In recent years, improvement of ancient DNA methods – and especially integration of information about genes, protein and microbiomes – has given unprecedented insight into the past population dynamics of Homo sapiens. A new multiomics study of dental calculus of two post–Last Glacial Maximum individuals from San Teodoro Cave in Italy shows a diet rich in animal protein, which is also reflected in the composition of the microbiome. The researchers expect future studies will enable much more holistic understanding of the dynamics and ecology of the past.
Despite their vulnerability to sugar and starchy foods in life, your teeth will survive long after you are gone – and may even reveal secrets to your distant descendants.
New research, published in November in Communications Biology, uses a decidedly unglamorous tool to determine what ancient humans ate – dental calculus, a hard, mineral build-up that forms on teeth when plaque takes up permanent residence on the tooth. Scientists have found that dental calculus acts like a multilayered time capsule, trapping microscopic proteins from food and preserving them for the ages.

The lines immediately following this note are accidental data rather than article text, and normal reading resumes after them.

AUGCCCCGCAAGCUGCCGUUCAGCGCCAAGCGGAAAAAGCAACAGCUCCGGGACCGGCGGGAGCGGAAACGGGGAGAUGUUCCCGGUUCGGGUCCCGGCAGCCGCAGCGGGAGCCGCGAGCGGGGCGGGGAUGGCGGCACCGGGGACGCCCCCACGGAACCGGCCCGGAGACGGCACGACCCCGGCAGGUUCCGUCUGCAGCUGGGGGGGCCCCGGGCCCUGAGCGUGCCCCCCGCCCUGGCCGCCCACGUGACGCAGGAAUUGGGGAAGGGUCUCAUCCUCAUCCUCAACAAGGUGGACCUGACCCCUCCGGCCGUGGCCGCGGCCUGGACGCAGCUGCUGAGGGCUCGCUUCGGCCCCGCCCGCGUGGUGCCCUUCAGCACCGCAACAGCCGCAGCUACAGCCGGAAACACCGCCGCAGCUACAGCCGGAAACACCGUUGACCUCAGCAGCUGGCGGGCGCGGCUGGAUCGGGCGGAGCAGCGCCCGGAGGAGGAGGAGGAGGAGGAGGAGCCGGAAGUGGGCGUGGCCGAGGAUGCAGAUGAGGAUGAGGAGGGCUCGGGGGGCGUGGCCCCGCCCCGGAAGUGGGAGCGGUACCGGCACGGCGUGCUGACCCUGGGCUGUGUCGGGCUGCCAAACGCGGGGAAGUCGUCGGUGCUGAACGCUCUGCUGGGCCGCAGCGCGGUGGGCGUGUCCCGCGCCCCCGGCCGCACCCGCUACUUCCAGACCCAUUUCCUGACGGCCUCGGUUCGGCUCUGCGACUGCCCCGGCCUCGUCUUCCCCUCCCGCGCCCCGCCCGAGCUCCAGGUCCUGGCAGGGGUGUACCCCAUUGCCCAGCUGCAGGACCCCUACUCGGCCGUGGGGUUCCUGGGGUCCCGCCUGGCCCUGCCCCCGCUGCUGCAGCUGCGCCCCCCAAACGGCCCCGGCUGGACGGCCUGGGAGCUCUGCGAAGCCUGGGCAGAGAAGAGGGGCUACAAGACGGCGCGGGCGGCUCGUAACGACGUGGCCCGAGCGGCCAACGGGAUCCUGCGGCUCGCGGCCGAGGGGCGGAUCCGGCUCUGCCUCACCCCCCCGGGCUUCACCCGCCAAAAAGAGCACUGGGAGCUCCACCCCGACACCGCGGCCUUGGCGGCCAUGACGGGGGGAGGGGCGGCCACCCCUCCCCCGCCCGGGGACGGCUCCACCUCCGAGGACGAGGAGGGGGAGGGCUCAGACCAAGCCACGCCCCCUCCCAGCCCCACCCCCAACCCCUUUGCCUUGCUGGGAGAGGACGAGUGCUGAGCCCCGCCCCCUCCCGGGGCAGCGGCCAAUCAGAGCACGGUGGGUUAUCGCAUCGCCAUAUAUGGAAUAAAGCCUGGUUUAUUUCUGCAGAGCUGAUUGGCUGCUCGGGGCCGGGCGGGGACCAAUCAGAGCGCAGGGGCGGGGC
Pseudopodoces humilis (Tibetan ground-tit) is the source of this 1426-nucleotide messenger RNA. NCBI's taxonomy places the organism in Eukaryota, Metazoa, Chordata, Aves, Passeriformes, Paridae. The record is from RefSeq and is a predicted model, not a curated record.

The insight from analysing dental calculus are not limited to diet, emphasises co-author Gabriele Scorrano, a molecular anthropologist and Assistant Professor at the University of Copenhagen’s Globe Institute. The findings in dental calculus can also teach us about migration patterns and cultural interactions.
Grotta di San Teodoro
On a rocky Sicilian hill near the Tyrrhenian coast is a cave that people have visited for millennia. Now the San Teodoro Cave is a popular tourist destination surrounded by citrus groves and olive trees, but about 10,000–20,000 years ago it was a shelter frequented by ancient people. (Rewind to 30,000 years ago, and the area was home to Sicilian dwarf elephants, just under a metre tall, and a huge lake where giant hippopotamuses swam.)
Archaeologists have discovered the remains of at least seven humans in San Teodoro Cave. Radiocarbon dating situates them in the Upper Palaeolithic Era, also called the Old Stone Age, about 15,000 years ago.